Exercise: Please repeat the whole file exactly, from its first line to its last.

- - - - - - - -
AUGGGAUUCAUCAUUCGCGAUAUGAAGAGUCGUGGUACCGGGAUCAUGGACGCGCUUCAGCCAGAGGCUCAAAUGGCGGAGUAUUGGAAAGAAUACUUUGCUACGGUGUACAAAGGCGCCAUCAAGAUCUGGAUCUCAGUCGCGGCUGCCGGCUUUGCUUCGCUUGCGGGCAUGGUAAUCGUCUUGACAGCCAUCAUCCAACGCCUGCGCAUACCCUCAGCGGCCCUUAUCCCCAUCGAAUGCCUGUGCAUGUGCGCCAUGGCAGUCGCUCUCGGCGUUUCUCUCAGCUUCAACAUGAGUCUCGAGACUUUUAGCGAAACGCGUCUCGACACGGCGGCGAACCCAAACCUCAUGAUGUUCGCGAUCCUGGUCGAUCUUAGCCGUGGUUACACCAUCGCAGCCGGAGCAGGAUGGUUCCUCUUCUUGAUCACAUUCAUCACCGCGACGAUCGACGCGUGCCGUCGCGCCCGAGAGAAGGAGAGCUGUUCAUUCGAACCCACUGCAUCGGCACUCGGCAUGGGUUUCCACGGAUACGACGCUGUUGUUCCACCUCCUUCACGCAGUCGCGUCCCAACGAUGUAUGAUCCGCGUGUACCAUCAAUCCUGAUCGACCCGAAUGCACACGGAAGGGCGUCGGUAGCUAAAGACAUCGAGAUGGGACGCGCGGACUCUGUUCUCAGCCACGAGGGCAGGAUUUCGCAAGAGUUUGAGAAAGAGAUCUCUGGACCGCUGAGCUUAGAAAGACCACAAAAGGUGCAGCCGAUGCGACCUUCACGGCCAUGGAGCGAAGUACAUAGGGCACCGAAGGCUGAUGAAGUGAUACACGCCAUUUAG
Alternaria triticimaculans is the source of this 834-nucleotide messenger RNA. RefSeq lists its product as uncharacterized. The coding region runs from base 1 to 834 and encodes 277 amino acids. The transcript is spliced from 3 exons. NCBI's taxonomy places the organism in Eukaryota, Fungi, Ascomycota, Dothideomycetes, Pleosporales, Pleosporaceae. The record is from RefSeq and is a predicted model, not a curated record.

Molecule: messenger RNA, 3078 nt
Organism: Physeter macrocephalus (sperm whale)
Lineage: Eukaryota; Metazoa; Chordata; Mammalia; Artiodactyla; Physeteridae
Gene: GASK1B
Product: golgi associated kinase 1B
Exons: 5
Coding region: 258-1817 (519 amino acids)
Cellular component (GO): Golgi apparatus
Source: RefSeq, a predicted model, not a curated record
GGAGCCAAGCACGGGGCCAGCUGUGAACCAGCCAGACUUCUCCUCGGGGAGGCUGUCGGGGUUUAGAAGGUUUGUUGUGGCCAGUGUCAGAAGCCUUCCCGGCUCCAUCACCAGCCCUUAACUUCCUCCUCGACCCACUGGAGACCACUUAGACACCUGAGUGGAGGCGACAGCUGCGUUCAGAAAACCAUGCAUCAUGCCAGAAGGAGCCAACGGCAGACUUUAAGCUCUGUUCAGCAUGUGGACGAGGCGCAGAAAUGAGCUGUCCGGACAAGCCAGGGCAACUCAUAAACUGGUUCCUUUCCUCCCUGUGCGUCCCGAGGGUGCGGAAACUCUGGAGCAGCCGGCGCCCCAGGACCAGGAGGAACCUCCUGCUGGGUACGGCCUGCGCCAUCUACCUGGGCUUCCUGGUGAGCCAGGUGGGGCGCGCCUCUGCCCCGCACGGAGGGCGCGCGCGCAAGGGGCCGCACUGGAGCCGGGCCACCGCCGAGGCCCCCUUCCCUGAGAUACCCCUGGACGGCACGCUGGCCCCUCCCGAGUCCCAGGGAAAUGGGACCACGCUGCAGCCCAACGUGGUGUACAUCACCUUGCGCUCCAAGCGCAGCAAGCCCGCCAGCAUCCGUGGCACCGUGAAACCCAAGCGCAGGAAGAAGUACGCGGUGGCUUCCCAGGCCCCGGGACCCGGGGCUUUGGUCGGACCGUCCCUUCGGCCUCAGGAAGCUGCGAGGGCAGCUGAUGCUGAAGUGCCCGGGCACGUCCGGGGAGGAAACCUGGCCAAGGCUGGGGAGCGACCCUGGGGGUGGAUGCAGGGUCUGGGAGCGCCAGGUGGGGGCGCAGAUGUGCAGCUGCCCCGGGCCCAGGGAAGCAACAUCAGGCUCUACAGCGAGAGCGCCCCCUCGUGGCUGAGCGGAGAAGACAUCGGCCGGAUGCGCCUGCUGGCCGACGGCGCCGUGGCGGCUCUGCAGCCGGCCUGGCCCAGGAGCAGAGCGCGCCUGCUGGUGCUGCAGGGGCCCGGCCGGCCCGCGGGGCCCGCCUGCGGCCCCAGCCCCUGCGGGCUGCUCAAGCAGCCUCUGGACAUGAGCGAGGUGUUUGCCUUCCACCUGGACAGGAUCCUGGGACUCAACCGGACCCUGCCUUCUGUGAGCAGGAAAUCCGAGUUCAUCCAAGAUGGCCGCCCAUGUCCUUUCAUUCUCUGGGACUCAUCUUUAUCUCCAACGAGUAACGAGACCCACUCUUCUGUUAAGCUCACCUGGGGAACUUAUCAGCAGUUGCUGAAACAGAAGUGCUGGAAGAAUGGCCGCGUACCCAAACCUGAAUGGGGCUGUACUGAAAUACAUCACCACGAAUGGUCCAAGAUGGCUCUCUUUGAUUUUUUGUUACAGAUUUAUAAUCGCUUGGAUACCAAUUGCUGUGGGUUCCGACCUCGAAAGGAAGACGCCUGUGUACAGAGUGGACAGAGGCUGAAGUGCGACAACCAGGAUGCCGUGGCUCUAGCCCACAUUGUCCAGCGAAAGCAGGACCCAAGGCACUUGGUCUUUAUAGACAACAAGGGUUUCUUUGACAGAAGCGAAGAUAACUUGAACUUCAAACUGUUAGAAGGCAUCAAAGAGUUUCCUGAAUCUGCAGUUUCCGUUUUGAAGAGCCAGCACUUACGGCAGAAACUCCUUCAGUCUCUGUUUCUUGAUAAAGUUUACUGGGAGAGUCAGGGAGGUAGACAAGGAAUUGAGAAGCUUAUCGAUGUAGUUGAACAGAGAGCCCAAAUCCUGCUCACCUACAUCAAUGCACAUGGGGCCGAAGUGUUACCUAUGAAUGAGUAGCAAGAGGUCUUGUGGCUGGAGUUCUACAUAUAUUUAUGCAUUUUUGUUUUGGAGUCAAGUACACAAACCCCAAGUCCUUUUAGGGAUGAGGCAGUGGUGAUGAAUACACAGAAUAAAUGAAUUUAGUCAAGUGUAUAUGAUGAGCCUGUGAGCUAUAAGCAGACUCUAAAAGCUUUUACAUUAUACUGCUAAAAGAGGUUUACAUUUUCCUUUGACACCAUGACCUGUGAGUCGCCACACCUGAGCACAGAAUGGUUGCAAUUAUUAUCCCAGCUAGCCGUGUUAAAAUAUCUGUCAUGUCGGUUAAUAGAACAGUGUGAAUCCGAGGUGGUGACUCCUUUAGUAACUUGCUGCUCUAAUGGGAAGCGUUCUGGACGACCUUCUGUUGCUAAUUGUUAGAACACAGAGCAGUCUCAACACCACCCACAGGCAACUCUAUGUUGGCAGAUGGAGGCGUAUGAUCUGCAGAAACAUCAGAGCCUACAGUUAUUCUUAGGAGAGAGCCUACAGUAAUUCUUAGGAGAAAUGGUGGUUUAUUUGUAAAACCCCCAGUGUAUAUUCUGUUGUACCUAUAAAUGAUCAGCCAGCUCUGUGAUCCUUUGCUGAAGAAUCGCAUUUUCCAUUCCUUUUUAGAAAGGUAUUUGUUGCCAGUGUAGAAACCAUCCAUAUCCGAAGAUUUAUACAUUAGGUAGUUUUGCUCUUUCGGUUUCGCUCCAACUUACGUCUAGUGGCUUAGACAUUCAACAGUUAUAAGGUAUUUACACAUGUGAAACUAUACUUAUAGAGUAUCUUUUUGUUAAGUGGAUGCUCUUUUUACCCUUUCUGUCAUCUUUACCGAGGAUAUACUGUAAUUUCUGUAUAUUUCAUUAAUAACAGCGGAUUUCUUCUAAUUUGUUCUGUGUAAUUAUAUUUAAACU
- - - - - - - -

AUGGGAUUCAUCAUUCGCGAUAUGAAGAGUCGUGGUACCGGGAUCAUGGACGCGCUUCAGCCAGAGGCUCAAAUGGCGGAGUAUUGGAAAGAAUACUUUGCUACGGUGUACAAAGGCGCCAUCAAGAUCUGGAUCUCAGUCGCGGCUGCCGGCUUUGCUUCGCUUGCGGGCAUGGUAAUCGUCUUGACAGCCAUCAUCCAACGCCUGCGCAUACCCUCAGCGGCCCUUAUCCCCAUCGAAUGCCUGUGCAUGUGCGCCAUGGCAGUCGCUCUCGGCGUUUCUCUCAGCUUCAACAUGAGUCUCGAGACUUUUAGCGAAACGCGUCUCGACACGGCGGCGAACCCAAACCUCAUGAUGUUCGCGAUCCUGGUCGAUCUUAGCCGUGGUUACACCAUCGCAGCCGGAGCAGGAUGGUUCCUCUUCUUGAUCACAUUCAUCACCGCGACGAUCGACGCGUGCCGUCGCGCCCGAGAGAAGGAGAGCUGUUCAUUCGAACCCACUGCAUCGGCACUCGGCAUGGGUUUCCACGGAUACGACGCUGUUGUUCCACCUCCUUCACGCAGUCGCGUCCCAACGAUGUAUGAUCCGCGUGUACCAUCAAUCCUGAUCGACCCGAAUGCACACGGAAGGGCGUCGGUAGCUAAAGACAUCGAGAUGGGACGCGCGGACUCUGUUCUCAGCCACGAGGGCAGGAUUUCGCAAGAGUUUGAGAAAGAGAUCUCUGGACCGCUGAGCUUAGAAAGACCACAAAAGGUGCAGCCGAUGCGACCUUCACGGCCAUGGAGCGAAGUACAUAGGGCACCGAAGGCUGAUGAAGUGAUACACGCCAUUUAG
Alternaria triticimaculans is the source of this 834-nucleotide messenger RNA. RefSeq lists its product as uncharacterized. The coding region runs from base 1 to 834 and encodes 277 amino acids. The transcript is spliced from 3 exons. NCBI's taxonomy places the organism in Eukaryota, Fungi, Ascomycota, Dothideomycetes, Pleosporales, Pleosporaceae. The record is from RefSeq and is a predicted model, not a curated record.

Molecule: messenger RNA, 3078 nt
Organism: Physeter macrocephalus (sperm whale)
Lineage: Eukaryota; Metazoa; Chordata; Mammalia; Artiodactyla; Physeteridae
Gene: GASK1B
Product: golgi associated kinase 1B
Exons: 5
Coding region: 258-1817 (519 amino acids)
Cellular component (GO): Golgi apparatus
Source: RefSeq, a predicted model, not a curated record
GGAGCCAAGCACGGGGCCAGCUGUGAACCAGCCAGACUUCUCCUCGGGGAGGCUGUCGGGGUUUAGAAGGUUUGUUGUGGCCAGUGUCAGAAGCCUUCCCGGCUCCAUCACCAGCCCUUAACUUCCUCCUCGACCCACUGGAGACCACUUAGACACCUGAGUGGAGGCGACAGCUGCGUUCAGAAAACCAUGCAUCAUGCCAGAAGGAGCCAACGGCAGACUUUAAGCUCUGUUCAGCAUGUGGACGAGGCGCAGAAAUGAGCUGUCCGGACAAGCCAGGGCAACUCAUAAACUGGUUCCUUUCCUCCCUGUGCGUCCCGAGGGUGCGGAAACUCUGGAGCAGCCGGCGCCCCAGGACCAGGAGGAACCUCCUGCUGGGUACGGCCUGCGCCAUCUACCUGGGCUUCCUGGUGAGCCAGGUGGGGCGCGCCUCUGCCCCGCACGGAGGGCGCGCGCGCAAGGGGCCGCACUGGAGCCGGGCCACCGCCGAGGCCCCCUUCCCUGAGAUACCCCUGGACGGCACGCUGGCCCCUCCCGAGUCCCAGGGAAAUGGGACCACGCUGCAGCCCAACGUGGUGUACAUCACCUUGCGCUCCAAGCGCAGCAAGCCCGCCAGCAUCCGUGGCACCGUGAAACCCAAGCGCAGGAAGAAGUACGCGGUGGCUUCCCAGGCCCCGGGACCCGGGGCUUUGGUCGGACCGUCCCUUCGGCCUCAGGAAGCUGCGAGGGCAGCUGAUGCUGAAGUGCCCGGGCACGUCCGGGGAGGAAACCUGGCCAAGGCUGGGGAGCGACCCUGGGGGUGGAUGCAGGGUCUGGGAGCGCCAGGUGGGGGCGCAGAUGUGCAGCUGCCCCGGGCCCAGGGAAGCAACAUCAGGCUCUACAGCGAGAGCGCCCCCUCGUGGCUGAGCGGAGAAGACAUCGGCCGGAUGCGCCUGCUGGCCGACGGCGCCGUGGCGGCUCUGCAGCCGGCCUGGCCCAGGAGCAGAGCGCGCCUGCUGGUGCUGCAGGGGCCCGGCCGGCCCGCGGGGCCCGCCUGCGGCCCCAGCCCCUGCGGGCUGCUCAAGCAGCCUCUGGACAUGAGCGAGGUGUUUGCCUUCCACCUGGACAGGAUCCUGGGACUCAACCGGACCCUGCCUUCUGUGAGCAGGAAAUCCGAGUUCAUCCAAGAUGGCCGCCCAUGUCCUUUCAUUCUCUGGGACUCAUCUUUAUCUCCAACGAGUAACGAGACCCACUCUUCUGUUAAGCUCACCUGGGGAACUUAUCAGCAGUUGCUGAAACAGAAGUGCUGGAAGAAUGGCCGCGUACCCAAACCUGAAUGGGGCUGUACUGAAAUACAUCACCACGAAUGGUCCAAGAUGGCUCUCUUUGAUUUUUUGUUACAGAUUUAUAAUCGCUUGGAUACCAAUUGCUGUGGGUUCCGACCUCGAAAGGAAGACGCCUGUGUACAGAGUGGACAGAGGCUGAAGUGCGACAACCAGGAUGCCGUGGCUCUAGCCCACAUUGUCCAGCGAAAGCAGGACCCAAGGCACUUGGUCUUUAUAGACAACAAGGGUUUCUUUGACAGAAGCGAAGAUAACUUGAACUUCAAACUGUUAGAAGGCAUCAAAGAGUUUCCUGAAUCUGCAGUUUCCGUUUUGAAGAGCCAGCACUUACGGCAGAAACUCCUUCAGUCUCUGUUUCUUGAUAAAGUUUACUGGGAGAGUCAGGGAGGUAGACAAGGAAUUGAGAAGCUUAUCGAUGUAGUUGAACAGAGAGCCCAAAUCCUGCUCACCUACAUCAAUGCACAUGGGGCCGAAGUGUUACCUAUGAAUGAGUAGCAAGAGGUCUUGUGGCUGGAGUUCUACAUAUAUUUAUGCAUUUUUGUUUUGGAGUCAAGUACACAAACCCCAAGUCCUUUUAGGGAUGAGGCAGUGGUGAUGAAUACACAGAAUAAAUGAAUUUAGUCAAGUGUAUAUGAUGAGCCUGUGAGCUAUAAGCAGACUCUAAAAGCUUUUACAUUAUACUGCUAAAAGAGGUUUACAUUUUCCUUUGACACCAUGACCUGUGAGUCGCCACACCUGAGCACAGAAUGGUUGCAAUUAUUAUCCCAGCUAGCCGUGUUAAAAUAUCUGUCAUGUCGGUUAAUAGAACAGUGUGAAUCCGAGGUGGUGACUCCUUUAGUAACUUGCUGCUCUAAUGGGAAGCGUUCUGGACGACCUUCUGUUGCUAAUUGUUAGAACACAGAGCAGUCUCAACACCACCCACAGGCAACUCUAUGUUGGCAGAUGGAGGCGUAUGAUCUGCAGAAACAUCAGAGCCUACAGUUAUUCUUAGGAGAGAGCCUACAGUAAUUCUUAGGAGAAAUGGUGGUUUAUUUGUAAAACCCCCAGUGUAUAUUCUGUUGUACCUAUAAAUGAUCAGCCAGCUCUGUGAUCCUUUGCUGAAGAAUCGCAUUUUCCAUUCCUUUUUAGAAAGGUAUUUGUUGCCAGUGUAGAAACCAUCCAUAUCCGAAGAUUUAUACAUUAGGUAGUUUUGCUCUUUCGGUUUCGCUCCAACUUACGUCUAGUGGCUUAGACAUUCAACAGUUAUAAGGUAUUUACACAUGUGAAACUAUACUUAUAGAGUAUCUUUUUGUUAAGUGGAUGCUCUUUUUACCCUUUCUGUCAUCUUUACCGAGGAUAUACUGUAAUUUCUGUAUAUUUCAUUAAUAACAGCGGAUUUCUUCUAAUUUGUUCUGUGUAAUUAUAUUUAAACU